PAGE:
Pandemic COVID-19 MESHD is a contagious disease affecting more than 200 countries, territories and regions. Recently, Iraq is one of the countries that has immensely suffered with this outbreak. The Kurdistan Region of Iraq (KRI) is also prone to the disease. Until now more than 23,000 confirmed cases TRANS have been recorded in the region. Since the onset of the COVID-19 MESHD in Wuhan, based on epidemiological modelling, researchers have used various models to predict the future of the epidemic and the time of peak, yielding a diverse number in different countries. This study aims to estimate the basic reproductive number TRANS ( R0 TRANS) for COVID-19 MESHD in KRI, using the standard SIR (Susceptible-Infected-Removed) epidemic model. A system of nonlinear differential equations is formulated and solved numerically by the 4th order Runge-Kutta method. Reproductive numbers R0 have been estimated by this method of fitting the curves between the actual daily data and numerical solution by applying the least square method. For the analysis, data were taken for the duration of 165 days from 1st of March to 12th August in a population of 5.2 million. It has been concluded that R0 is fluctuating during the outbreak with an average of 1.33, predicting that infected cases will reach their maximum value of around 540,000 on 5th of November 2020. Then the spread of the disease TRANS will die out since the number of susceptible will decrease to about 3.2 million. While the number of removed individuals will reach approximately to 1.5 million.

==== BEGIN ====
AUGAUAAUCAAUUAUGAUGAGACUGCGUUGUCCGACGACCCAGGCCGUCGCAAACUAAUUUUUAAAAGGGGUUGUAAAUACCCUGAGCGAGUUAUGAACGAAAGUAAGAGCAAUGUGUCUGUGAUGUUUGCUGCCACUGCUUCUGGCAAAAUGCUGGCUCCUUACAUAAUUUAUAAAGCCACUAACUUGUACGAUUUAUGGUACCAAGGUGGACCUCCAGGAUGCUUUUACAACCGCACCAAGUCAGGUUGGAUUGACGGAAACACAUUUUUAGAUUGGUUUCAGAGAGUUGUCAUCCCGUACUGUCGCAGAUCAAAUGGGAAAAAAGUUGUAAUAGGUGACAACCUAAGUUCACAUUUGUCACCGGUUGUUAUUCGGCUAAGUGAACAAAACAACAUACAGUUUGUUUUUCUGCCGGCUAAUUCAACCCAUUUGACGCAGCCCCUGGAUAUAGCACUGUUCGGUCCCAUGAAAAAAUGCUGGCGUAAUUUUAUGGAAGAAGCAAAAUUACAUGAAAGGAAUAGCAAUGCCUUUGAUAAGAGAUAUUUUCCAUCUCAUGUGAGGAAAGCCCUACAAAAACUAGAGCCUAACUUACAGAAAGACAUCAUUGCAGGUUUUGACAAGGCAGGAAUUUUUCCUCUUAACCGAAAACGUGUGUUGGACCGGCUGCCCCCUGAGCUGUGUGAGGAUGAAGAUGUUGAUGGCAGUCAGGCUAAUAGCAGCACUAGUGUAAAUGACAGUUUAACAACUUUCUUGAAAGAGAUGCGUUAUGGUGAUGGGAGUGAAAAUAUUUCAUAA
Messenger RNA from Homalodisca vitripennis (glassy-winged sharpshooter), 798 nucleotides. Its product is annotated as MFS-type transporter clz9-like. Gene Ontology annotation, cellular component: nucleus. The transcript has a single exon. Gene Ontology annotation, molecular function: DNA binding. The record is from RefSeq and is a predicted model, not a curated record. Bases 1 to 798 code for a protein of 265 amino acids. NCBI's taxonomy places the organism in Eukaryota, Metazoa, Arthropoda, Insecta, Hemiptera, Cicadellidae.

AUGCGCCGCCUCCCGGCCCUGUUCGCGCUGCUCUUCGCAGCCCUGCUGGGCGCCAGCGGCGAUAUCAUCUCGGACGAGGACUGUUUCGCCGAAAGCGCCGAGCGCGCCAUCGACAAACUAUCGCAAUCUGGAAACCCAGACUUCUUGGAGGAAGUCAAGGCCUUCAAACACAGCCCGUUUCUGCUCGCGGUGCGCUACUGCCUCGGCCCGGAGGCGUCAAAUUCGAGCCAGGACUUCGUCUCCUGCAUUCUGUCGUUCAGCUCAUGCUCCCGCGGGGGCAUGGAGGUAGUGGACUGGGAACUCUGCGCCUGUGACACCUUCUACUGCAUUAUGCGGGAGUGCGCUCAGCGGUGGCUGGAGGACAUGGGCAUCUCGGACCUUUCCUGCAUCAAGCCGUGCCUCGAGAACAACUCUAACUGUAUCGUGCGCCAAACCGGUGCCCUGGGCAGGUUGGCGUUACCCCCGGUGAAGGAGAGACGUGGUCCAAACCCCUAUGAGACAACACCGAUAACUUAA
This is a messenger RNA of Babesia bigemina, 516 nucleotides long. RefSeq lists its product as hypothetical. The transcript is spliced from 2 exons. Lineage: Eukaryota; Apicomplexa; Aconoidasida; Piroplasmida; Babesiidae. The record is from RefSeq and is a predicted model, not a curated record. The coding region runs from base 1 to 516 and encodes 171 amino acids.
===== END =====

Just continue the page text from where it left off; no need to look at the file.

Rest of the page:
Lessons from Pandemics: Computational agent-based model approach for estimation of downstream and upstream measures to achieve requisite societal behavioural changes

    Authors: Pradipta Banerjee; Subhrabrata Choudhury

    id:2010.04833v1 Date: 2020-10-09 Source: arXiv